September 29, 2007
— A man is seen running down a Washington, D.C. hallway. Reaching a conference room, he excitedly bursts open the door.
"It's called Sputnik!" he exclaims.
"We know. Sit down," replies a man in the room tersely.
The scene, which comes 45 minutes into the 1983 film The Right Stuff, shifts the focus from air to space in the movie adaptation of Tom Wolfe's nonfiction novel about the United States' first astronauts.
A toy cowboy dolls watches a cliffhanger episode of the 1950s TV show that inspired his existence and has now made him a collector's item.
Woody shares the cover with Sputnik (Disney/Pixar)
"Hey, w-wait, What happened? What happens next? Come on, let's see the next episode!", begs the cowboy.
"That's it," replies a toy prospector doll, another character from the same show.
"What?" asks the cowboy incredulously.
"The show was cancelled after that," says the prospector.
"Wait, wait, wait. What about the gold mine and... and the cute little critters and the dynamite?" the cowboy queries. "That was a great show! I mean, why cancel it?"
"Two words," explains the prospector. "Sput-nik. Once the astronauts went up, children only wanted to play with space toys."
The scene, from the 1999 Disney/Pixar animated sequel, Toy Story 2 changes the world view of the toy cowboy.
The real Sputnik changed the real world, dividing the past from the future.
As former NASA historian Roger Launius once noted, "almost immediately, two phrases entered the American lexicon to define time, 'pre-Sputnik' and 'post-Sputnik'."
It's therefore no surprise that Hollywood filmmakers would use Sputnik as a plot device.
It was a movie released nine months before Toy Story 2 however, that gave Sputnik its first major role, beginning with its title.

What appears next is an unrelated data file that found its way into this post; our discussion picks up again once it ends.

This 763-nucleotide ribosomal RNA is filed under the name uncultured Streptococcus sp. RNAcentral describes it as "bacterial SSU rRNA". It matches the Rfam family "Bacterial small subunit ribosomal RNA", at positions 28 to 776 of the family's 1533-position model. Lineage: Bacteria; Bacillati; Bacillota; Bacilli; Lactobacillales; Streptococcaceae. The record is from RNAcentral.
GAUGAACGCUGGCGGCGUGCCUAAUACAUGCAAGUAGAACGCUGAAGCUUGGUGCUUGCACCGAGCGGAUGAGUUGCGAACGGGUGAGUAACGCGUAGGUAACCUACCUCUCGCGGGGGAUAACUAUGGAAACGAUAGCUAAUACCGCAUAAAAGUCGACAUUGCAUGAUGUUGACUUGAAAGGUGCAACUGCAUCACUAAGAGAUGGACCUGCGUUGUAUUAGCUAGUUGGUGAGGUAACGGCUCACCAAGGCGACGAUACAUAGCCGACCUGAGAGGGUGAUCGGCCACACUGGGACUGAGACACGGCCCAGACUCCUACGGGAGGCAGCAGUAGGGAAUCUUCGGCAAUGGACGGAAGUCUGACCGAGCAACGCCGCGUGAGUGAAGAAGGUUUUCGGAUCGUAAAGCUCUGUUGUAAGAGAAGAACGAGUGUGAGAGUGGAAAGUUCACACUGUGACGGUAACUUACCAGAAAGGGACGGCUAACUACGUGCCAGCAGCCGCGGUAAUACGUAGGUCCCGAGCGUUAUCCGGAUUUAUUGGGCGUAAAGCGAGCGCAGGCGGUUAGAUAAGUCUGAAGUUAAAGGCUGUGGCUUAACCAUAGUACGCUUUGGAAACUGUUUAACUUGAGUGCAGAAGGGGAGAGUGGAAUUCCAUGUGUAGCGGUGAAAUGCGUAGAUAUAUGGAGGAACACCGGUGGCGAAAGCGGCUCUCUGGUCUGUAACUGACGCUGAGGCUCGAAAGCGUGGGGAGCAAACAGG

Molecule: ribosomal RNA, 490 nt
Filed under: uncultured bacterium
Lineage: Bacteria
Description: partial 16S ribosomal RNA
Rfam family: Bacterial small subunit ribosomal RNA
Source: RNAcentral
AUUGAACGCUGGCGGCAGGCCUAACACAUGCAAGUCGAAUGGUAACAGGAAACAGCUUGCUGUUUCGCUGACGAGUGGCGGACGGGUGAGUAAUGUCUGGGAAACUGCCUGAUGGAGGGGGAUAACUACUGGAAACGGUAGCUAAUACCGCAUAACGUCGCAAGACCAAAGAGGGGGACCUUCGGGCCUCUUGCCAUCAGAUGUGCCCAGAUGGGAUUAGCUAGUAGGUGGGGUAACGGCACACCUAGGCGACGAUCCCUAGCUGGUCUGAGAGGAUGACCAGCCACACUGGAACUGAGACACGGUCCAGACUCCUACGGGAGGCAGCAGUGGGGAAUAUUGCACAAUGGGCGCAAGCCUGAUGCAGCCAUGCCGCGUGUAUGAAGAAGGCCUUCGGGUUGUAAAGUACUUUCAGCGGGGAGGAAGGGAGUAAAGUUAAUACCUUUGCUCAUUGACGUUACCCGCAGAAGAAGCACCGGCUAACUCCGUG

Sputnik crosses the October Sky (Universal Pictures)
Universal Pictures' October Sky was based on the true story of Homer Hickam, Jr., a NASA engineer who as a teenager was inspired to pursue a career in spaceflight after watching Sputnik cross the evening October sky in Coalwood, West Virginia. Hickam and a few friends, the "Rocket Boys", designed their own model rockets, which led them to entering and winning a science competition.
As the film opens, the citizens of Coalwood are reacting to the news of Sputnik's launch. To most of them, its a curiosity and a brief distraction from the day-to-day life in the coal mine.
Jake Gyllenhaal as Homer Hickam (Universal Pictures)
"We're told that Sputnik will be visible to the naked eye about an hour after sunset and an hour before dawn as it traverses the October sky..." informs a radio broadcast.
Still, as Sputnik is scheduled to fly overhead the following evening, the town comes outside to see it. Hickam joins the crowd as someone spots the satellite, soon becoming entranced by the sight and setting his future in motion.
"I'm going to build a rocket... like Sputnik," Hickam tells his stunned-into-silence family at the breakfast table the next morning. "Well, I'm not saying it's going to go up in space or anything, but I'm going to do it. I'm going to build a rocket," he says with a wide smile.
"Well, just don't blow yourself up," replies his mother.
While a personal story, October Sky captured in Hickam and Coalwood an experience shared across the U.S. and the world.
Sputnik hits the headlines (Universal Pictures)
The public's reaction to Sputnik is the focus of a new film by director David Hoffman. Sputnik Mania (formerly: The Fever of '57) tells the whole story of the launch of Sputnik and what happened to America during the following year. The feature-length documentary has been completed just in time to coincide with the 50th anniversary of Sputnik's launch.